Businesses are becoming complacent when it comes to their duty of care towards employees required to travel for work, a new study has found.
A Concur study found businesses are uncertain about the impact increasing business travel has on their responsibilities toward staff.
With the rapid development of markets in the Asia-Pacific region, local employees are increasingly being asked to travel overseas, potentially exposing them to greater risks.
“Employers have a moral and legal responsibility for the health, safety and security of their employees,” Concur Asia Pacific general manager Michael Eberhard said.
The study found just 30 percent of businesses have a plan in place in relation to their duty of care for travelling employees, while only half actively assess and manage risks to employees on a regular basis.
As many as 41 percent of businesses with travelling employees have no specific code of practice that informs staff what to do if their health, safety, or security is put at risk.
Businesses without an adequate risk management plan may find they aren’t prepared for the impact incidents overseas could have on employees. Travel risks may include common incidents such as delayed flights and accommodation mix-ups, as well as more severe problems like exposure to disease, natural disasters, technology failures, and civil unrest.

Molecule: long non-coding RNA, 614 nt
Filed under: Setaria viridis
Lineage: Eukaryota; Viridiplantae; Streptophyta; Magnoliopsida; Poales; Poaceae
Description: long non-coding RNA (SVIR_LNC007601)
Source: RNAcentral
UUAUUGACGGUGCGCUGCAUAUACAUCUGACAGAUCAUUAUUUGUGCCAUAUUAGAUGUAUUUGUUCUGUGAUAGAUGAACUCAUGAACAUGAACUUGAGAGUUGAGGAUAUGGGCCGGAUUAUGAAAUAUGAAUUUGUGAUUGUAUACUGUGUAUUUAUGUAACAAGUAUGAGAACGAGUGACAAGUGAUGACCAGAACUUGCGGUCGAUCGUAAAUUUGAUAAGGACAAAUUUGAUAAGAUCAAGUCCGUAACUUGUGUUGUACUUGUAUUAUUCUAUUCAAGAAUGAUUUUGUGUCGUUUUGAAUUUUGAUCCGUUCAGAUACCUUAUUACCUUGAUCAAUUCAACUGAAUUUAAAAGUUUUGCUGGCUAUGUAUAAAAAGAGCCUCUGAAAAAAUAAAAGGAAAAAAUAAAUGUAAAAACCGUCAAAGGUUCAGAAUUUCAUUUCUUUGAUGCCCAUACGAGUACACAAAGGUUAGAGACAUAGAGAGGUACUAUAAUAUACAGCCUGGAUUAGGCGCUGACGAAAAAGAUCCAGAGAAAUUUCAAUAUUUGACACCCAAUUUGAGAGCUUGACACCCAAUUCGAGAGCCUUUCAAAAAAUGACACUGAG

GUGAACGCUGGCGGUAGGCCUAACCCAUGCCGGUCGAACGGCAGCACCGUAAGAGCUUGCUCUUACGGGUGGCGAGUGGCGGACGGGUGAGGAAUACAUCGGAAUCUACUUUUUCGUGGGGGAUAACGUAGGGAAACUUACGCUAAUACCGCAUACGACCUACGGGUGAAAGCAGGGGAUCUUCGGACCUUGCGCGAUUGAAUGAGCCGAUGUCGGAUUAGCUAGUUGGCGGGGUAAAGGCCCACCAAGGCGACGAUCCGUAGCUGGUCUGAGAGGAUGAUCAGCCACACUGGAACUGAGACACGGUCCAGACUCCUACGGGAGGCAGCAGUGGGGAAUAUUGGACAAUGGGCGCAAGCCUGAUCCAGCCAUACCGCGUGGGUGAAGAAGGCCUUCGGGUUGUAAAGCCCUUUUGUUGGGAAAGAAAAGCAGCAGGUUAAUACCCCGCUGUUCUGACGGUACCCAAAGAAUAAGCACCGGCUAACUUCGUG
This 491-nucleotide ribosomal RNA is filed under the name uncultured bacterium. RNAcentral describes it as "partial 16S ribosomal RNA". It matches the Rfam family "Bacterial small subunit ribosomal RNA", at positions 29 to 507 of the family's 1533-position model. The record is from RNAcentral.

Over 50 percent of employees surveyed said their employer doesn’t provide information and communication specific to contingency plans that would cover unexpected events, and 79 percent of employees assume their employers will be able to effectively handle any problems or issues that may arise when travelling.
“At a minimum, companies need to examine how they inform, locate, alert, and assist their employees who are travelling on business for their organisations,” Eberhard said
Eberhard added “[There are] implications for organisations and their employees unless proper consideration is given to the evolving nature of duty of care in the context of growing business travel.”